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Here's some good news for central govt employees

May 24, 2019 18:09 IST

Now govt employees to enjoy greater say in how their NPS corpus is invested. Younger employees should raise their allocation to equities in this very long-term investment instrument.

Illustration: Dominic Xavier/

The Pension Fund Regulatory and Development Authority (PFRDA) recently issued a notification that increases the choices that central government employees will have in their investments in National Pension System (NPS).

While earlier their pension money was invested in accordance with a government-mandated pattern, now they will have a greater say in how their money is invested.


Central government employees will now have more pension fund managers (PFMs) to choose from.

Earlier, their money was divided among the three public-sector PFMs: LIC, SBI and UTI. Now, they will be able to invest it with the private-sector PFMs also, such as ICICI, HDFC, Kotak, Reliance, and Birla.

They will be allowed to change their PFM once every year.

Central government employees will also enjoy a greater choice in their investment pattern.

Earlier, their money was invested as follows: 15 per cent in equities and the balance in debt.

Now, a conservative person will have the option to continue with her existing asset allocation.

Ultra-conservative investors will have the option to invest 100 per cent in government securities.

Besides, they have been given two more options that permit an enhanced exposure to equities.

In the conservative life cycle (LC25) fund, they will be able to take a maximum equity exposure of up to 25 per cent, and in the moderate life cycle fund (LC50), of up to 50 per cent.

In both these options, equity exposure will decline as the person moves closer to retirement.

Employees will be allowed to change their investment pattern twice every year.

Even after these changes, central government employees will not be at par with investors in the all-citizens model (private NPS) and those in the corporate NPS.

“Those investors have access to one more life cycle fund called LC75, where the equity exposure can go up to 75 per cent.

"They also have the active choice option where they can choose their own asset allocation. If they want, they can maintain an exposure of 75 per cent in equities up to the age of 50, after which it tapers to 50 per cent by age 60,” says Deepesh Raghaw, founder,, a Sebi-registered investment advisor.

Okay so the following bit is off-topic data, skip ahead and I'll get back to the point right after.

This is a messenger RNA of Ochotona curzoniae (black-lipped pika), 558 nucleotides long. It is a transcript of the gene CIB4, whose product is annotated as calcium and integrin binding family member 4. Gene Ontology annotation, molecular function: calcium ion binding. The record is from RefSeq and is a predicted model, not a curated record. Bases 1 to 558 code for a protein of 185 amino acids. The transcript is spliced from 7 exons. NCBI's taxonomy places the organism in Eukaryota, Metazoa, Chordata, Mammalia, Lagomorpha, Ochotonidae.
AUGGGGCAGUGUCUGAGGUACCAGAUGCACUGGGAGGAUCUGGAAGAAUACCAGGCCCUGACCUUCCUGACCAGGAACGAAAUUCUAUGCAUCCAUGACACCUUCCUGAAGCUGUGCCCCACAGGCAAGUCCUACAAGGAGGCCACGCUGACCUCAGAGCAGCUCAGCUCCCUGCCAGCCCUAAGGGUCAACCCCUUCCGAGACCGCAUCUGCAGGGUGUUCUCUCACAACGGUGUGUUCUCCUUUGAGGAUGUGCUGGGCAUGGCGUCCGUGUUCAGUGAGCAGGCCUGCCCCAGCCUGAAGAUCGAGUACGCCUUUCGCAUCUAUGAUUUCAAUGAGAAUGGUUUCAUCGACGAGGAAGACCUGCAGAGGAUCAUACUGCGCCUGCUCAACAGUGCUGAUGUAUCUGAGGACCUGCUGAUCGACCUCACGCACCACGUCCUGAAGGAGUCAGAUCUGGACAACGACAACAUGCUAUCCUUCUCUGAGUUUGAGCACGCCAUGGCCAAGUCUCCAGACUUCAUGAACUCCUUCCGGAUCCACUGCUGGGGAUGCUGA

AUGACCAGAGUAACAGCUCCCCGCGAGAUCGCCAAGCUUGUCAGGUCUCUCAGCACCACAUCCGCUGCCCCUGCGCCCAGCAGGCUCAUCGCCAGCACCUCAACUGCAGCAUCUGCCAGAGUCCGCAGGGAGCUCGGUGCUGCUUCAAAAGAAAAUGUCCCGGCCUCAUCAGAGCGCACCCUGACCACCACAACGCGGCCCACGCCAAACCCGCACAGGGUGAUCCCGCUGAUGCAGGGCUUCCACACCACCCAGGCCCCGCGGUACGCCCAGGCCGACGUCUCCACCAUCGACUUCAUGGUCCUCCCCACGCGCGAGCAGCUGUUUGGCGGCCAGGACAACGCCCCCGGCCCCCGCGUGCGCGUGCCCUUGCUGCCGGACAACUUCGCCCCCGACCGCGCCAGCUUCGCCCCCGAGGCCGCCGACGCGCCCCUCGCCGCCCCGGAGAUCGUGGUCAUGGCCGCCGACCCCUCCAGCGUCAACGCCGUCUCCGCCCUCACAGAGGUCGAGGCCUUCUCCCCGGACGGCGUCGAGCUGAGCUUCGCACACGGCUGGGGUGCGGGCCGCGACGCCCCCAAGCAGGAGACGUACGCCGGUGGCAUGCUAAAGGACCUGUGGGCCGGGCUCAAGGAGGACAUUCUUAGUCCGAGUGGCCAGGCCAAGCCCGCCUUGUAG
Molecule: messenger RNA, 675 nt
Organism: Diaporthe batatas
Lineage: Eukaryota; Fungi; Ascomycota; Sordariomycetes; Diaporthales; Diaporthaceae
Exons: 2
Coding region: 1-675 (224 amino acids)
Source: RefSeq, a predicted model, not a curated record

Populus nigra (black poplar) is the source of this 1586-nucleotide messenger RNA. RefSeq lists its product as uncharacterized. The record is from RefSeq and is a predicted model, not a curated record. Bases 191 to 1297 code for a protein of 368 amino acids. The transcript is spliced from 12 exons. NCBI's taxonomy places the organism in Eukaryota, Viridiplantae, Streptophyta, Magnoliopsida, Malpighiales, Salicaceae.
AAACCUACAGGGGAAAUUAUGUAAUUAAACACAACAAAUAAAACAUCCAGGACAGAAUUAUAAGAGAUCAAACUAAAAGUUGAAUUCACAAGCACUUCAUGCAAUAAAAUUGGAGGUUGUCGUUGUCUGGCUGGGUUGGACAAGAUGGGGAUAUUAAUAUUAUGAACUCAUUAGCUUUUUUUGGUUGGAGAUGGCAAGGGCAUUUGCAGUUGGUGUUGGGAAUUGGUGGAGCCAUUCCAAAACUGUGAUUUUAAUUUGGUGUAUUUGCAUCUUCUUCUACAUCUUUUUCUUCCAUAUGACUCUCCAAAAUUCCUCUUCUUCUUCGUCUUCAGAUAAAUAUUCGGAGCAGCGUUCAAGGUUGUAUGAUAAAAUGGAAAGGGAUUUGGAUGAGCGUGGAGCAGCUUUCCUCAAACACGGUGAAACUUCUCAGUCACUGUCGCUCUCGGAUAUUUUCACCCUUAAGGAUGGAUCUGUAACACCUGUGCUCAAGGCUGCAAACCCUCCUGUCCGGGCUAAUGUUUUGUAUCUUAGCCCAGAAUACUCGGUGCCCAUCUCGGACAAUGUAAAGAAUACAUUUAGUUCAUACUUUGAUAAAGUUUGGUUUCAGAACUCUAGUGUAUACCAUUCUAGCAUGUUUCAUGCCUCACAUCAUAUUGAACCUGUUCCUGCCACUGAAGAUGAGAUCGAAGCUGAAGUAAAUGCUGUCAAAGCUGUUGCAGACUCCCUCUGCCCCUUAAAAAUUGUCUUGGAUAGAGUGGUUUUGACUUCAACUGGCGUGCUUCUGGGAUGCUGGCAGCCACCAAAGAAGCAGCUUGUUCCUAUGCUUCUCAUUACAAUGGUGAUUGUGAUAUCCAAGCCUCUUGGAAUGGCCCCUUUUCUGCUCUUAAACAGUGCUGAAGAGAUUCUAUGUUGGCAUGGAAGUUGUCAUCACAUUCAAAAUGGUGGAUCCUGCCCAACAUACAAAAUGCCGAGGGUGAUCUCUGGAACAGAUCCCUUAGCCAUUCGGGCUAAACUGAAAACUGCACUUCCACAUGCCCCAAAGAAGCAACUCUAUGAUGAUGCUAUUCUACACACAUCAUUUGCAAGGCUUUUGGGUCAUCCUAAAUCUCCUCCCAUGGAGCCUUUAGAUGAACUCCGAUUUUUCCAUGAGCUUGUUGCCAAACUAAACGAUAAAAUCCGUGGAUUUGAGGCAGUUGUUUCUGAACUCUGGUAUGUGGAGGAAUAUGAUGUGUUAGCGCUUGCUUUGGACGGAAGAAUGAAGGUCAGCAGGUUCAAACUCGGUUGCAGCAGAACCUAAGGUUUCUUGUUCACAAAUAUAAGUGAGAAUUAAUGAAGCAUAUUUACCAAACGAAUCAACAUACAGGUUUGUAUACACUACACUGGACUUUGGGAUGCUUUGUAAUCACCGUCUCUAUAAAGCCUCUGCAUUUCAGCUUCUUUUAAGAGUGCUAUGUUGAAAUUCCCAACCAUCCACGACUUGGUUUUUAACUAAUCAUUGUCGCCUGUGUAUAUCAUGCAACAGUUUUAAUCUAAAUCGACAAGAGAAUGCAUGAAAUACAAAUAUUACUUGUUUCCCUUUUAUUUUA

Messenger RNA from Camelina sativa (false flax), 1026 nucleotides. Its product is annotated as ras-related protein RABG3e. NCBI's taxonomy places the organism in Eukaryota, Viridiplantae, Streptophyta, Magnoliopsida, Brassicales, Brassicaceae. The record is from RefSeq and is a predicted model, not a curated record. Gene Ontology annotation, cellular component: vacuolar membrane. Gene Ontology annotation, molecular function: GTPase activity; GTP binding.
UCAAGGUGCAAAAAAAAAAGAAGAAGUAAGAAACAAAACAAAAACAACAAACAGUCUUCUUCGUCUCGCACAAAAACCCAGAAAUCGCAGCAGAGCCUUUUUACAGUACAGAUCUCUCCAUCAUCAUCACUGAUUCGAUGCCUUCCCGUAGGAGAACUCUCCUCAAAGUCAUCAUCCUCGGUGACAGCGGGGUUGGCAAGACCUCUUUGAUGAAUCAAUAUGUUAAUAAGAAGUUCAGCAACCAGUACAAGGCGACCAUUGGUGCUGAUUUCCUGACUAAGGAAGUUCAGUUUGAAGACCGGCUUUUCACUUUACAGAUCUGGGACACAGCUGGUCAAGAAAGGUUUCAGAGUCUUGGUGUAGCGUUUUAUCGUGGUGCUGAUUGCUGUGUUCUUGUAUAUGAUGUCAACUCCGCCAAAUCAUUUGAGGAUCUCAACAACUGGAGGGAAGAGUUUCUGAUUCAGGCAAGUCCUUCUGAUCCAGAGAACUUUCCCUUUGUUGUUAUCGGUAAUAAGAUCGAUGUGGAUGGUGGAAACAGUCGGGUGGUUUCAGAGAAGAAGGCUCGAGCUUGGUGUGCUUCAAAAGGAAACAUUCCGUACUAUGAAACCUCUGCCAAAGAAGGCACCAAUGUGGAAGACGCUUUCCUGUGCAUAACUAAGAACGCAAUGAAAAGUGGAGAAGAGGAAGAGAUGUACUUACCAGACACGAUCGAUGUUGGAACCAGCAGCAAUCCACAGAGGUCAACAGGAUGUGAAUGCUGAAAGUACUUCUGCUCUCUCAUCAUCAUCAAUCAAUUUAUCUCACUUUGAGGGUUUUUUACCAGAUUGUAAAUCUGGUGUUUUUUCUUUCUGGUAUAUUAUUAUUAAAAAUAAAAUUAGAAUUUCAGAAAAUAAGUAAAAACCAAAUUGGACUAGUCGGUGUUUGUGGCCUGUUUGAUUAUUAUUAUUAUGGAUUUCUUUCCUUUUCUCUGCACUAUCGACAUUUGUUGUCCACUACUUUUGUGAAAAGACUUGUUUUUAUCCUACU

Younger central government employees should enhance their equity exposure.

“They should go for LC50 where the maximum equity exposure can be up to 50 per cent. A higher equity allocation at a young age translates into a bigger retirement corpus,” says Sumit Shukla, chief executive officer, HDFC Pension Fund Management.

Basic salary constitutes a sizeable portion of the salary of government employees.

They contribute 10 per cent of the basic while the central government contributes another 14 per cent.

Altogether, 24 per cent of their basic salary gets invested each month.

“The NPS contribution is likely to be a substantial chunk of their monthly savings and investment. A considerable portion of it should be invested in equities for them to enjoy a comfortable retirement,” says Raghaw.

Since the cumulative NPS corpus of all central government employees is large - more than Rs 1 lakh crore - a sudden change in asset allocation could affect the markets.

Therefore, the legacy corpus will remain invested in accordance with the earlier pattern.

Only incremental money will be invested in accordance with the new asset allocation pattern and PFM the employee chooses.

If you decide to change the fund manager, go with a brand you trust.

“Selecting a PFM based on past returns may not work because the outperformer is likely to change from one year to another,” says Raghaw.

If you do wish to select based on outperformance, then go by outperformance in equities.

Outperformance in debt usually comes by courting higher risk, and, in any case, the difference between the best performer and the rest here is not large.

Sanjay Kumar Singh